Iron deficiency syndromes and iron-restricted erythropoiesis (CME)


  • Lawrence Tim Goodnough

    Corresponding author
    1. From the Departments of Pathology and Medicine, Stanford University School of Medicine, Stanford, California.
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Lawrence Tim Goodnough, MD, Pathology and Medicine, Stanford University, Director of Transfusion Services, Stanford University Medical Center, 300 Pasteur Drive, Room H-1402, 5626, Stanford, CA 94305-5626; e-mail:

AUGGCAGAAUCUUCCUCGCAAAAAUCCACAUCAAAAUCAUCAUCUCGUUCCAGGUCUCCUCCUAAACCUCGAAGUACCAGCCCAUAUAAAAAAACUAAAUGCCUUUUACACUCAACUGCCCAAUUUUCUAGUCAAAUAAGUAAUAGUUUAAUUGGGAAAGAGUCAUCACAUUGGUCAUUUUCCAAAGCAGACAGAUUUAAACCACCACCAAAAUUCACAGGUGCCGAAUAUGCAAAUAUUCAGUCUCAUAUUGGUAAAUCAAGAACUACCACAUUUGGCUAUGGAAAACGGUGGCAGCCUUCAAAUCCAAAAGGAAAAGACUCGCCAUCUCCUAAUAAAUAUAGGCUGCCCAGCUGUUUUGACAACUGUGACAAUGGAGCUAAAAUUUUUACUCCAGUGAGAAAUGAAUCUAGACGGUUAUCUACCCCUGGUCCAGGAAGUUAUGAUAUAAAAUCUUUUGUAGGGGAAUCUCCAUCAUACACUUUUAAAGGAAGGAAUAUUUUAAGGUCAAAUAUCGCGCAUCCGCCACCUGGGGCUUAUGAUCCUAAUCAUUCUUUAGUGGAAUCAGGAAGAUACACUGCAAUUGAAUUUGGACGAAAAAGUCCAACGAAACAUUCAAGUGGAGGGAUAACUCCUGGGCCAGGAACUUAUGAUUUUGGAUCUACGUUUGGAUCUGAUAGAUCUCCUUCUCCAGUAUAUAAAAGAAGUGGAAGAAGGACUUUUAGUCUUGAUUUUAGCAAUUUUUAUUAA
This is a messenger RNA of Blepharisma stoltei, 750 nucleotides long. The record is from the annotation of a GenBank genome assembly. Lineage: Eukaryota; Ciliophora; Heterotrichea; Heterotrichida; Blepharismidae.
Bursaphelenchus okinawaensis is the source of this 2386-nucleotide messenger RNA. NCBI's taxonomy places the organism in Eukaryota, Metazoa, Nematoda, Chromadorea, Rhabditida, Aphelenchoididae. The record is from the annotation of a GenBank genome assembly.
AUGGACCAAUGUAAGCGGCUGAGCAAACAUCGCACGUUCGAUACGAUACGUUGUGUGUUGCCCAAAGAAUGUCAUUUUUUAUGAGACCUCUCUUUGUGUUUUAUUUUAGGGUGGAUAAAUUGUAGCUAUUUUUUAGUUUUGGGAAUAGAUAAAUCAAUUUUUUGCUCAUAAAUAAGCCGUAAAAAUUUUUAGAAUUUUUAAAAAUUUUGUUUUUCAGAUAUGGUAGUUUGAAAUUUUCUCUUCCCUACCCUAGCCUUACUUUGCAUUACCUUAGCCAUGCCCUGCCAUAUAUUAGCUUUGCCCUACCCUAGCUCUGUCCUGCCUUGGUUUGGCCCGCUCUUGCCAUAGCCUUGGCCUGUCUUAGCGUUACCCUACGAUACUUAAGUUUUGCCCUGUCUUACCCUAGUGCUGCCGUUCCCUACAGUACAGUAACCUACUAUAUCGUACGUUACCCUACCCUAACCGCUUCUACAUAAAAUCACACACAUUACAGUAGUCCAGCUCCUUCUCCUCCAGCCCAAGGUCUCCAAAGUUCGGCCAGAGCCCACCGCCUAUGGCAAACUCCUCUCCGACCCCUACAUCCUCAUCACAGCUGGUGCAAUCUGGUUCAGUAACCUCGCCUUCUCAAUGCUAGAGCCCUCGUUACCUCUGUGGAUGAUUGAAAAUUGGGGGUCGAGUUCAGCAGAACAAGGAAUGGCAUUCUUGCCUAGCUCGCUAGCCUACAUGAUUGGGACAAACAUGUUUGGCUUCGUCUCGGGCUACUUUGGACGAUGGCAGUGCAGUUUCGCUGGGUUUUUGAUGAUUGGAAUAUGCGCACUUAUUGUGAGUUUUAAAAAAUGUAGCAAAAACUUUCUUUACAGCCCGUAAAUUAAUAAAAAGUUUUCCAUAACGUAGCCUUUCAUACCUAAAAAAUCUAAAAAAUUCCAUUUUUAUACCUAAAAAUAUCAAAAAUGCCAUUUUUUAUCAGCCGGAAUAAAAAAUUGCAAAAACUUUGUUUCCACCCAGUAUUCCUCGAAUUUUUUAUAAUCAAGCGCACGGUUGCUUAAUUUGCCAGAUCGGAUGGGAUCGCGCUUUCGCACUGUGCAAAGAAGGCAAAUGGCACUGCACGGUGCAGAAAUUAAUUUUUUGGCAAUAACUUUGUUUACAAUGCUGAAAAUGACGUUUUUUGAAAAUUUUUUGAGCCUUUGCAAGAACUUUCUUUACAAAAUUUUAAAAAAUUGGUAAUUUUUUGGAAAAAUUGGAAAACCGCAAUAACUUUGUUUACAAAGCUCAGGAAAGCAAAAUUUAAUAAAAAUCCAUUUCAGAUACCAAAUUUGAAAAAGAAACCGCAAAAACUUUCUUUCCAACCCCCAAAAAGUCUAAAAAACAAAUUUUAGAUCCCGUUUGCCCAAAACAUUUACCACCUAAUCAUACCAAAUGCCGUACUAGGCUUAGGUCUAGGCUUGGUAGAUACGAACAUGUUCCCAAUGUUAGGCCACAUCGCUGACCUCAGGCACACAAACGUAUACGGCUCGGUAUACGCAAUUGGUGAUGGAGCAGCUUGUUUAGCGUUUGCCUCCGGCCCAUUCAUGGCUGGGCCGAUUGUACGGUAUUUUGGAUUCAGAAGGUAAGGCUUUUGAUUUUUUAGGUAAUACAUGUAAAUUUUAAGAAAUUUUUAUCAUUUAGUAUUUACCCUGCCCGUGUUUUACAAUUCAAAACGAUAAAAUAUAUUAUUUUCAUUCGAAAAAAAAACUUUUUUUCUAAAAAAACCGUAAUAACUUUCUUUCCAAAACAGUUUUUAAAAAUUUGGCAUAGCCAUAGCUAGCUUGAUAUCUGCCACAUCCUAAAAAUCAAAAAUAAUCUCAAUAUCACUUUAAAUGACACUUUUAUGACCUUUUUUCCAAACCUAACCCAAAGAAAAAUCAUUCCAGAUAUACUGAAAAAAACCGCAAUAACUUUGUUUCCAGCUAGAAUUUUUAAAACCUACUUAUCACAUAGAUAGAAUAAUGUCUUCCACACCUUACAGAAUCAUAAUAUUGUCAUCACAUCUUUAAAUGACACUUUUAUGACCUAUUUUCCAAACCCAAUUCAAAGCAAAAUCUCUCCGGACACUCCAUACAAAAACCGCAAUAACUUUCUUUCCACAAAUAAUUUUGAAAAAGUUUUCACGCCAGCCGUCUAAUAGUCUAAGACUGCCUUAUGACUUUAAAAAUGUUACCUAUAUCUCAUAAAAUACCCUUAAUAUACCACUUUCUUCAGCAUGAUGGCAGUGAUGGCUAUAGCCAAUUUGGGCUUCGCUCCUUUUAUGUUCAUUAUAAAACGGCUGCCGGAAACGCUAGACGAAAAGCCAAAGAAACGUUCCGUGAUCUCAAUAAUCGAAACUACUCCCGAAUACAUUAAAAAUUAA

The relationships between erythropoietin (EPO), iron, and erythropoiesis and the presence of iron-restricted erythropoiesis have important implications in anemia management. Iron-restricted erythropoiesis occurs in the presence of one or more iron deficiency syndromes: absolute iron deficiency, functional iron deficiency, and/or iron sequestration. Absolute iron deficiency is a common nutritional deficiency in women's health, pediatrics, and the elderly and is therefore an important public health problem. Functional iron deficiency occurs in patients with significant EPO-mediated erythropoiesis or therapy with erythropoiesis-stimulating agents, even when storage iron is present. Iron sequestration mediated by hepcidin is an underappreciated but common cause of iron-restricted erythropoiesis in patients with chronic inflammatory disease. The challenge for treating and laboratory-based physicians is to understand the contributory role(s) of each of these syndromes, so that the potential value of emerging and innovative pharmacologic strategies can be considered as options in patient blood management.